How Gender Pay Gap Reporting Will Continue to Disrupt Workplaces

The gender pay gap: it's an ever-popular topic in UK media recently. Much has changed in relation to gender representation over the past couple of years, but what's in store for the future?

According to the Business, Energy and Industrial Strategy Committee report: Gender pay gap reporting (2018), the UK still has one of the largest pay gaps in Europe. To tackle this, the government has introduced new laws, as well as created guides to assist firms in giving women as many career and progression opportunities as men.

Although steps are being made to ameliorate the problem, the gender pay gap is having a negative impact on women and businesses in the UK. Now that the figures on the pay gap for large companies are easily accessible, women are likely to feel underappreciated and undervalued in comparison to men in the same workplace. This is also likely to have affected recruitment, as businesses with a larger pay gap may be being overlooked by talented employees who deserve fairer pay and opportunities.

What’s being done at the moment?

In April 2017, the government announced mandatory reporting of gender pay gaps. The law now requires companies with more than 250 employees to submit data on the representation of gender in their workplace. At present, this encompasses around 10,000 companies in the UK.

This is all done through an online system, which allows members of the public to search for and access the reports easily and free of charge. The online system has the aim of promoting transparency, meaning businesses must be accountable for any gender pay gap within their workforce, as well as offering more equal opportunities for everyone to succeed, regardless of gender. Doing so can help companies to build a positive reputation through providing fair and equal career paths that are not gender-specific.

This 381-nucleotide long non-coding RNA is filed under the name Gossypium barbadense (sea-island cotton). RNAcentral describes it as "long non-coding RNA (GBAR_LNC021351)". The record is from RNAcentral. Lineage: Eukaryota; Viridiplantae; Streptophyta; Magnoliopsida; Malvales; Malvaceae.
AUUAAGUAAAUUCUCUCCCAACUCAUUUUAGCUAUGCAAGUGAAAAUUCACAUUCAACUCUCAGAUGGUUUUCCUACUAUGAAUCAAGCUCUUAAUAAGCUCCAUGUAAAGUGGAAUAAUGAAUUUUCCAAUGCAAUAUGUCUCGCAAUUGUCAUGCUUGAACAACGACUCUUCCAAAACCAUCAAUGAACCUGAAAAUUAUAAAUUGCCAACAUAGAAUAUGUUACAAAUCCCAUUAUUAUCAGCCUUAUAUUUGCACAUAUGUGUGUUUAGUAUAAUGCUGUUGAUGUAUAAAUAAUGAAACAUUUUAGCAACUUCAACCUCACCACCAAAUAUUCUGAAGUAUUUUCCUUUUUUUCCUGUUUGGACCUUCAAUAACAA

What are the statistics?

As shown in data from the reports gathered by the government so far, more than three out of four participating UK companies pay male staff (on average) more than their female staff. This is a huge statistic that suggests much more needs to be done to promote gender equality in the workplace.

It was also reported that more than half of the companies give, on average, larger bonuses to men than women. The report revealed that men are more likely to be employed in higher-paid positions, with more than 80 per cent of companies reporting mostly women in their lowest-paid positions.

What the future might look like

The report Gender pay gap reporting(2018) showed that the current system only covers around half of the UK’s workforce. As such, it calls on the government to help close the pay gap by requiring companies that employ more than 50 people to submit their data as well. It also proposes a further change to the system that would ask companies to explain their data, detailing an action plan for closing the gap, against which they must report progress each year.

The government is also looking to launch a £1.6 million project to expand and improve the gender pay gap digital reporting service. This will include adding more features within the service as well as helping to promote it as a tool for driving action to close the gender pay gap. This could create a much more in-depth and transparent reporting tool in the future.

In summary

Changes to regulations show that the UK is edging towards a more equal workforce, but statistics show that much more will need to be done to ensure that this happens, with more changes due to impact companies of all sizes in the near future. It’s now more important than ever for employers to encourage diversity within their workforce and ensure that the specific needs for this are met, through equal opportunities within pay, benefits packages, and career progression.

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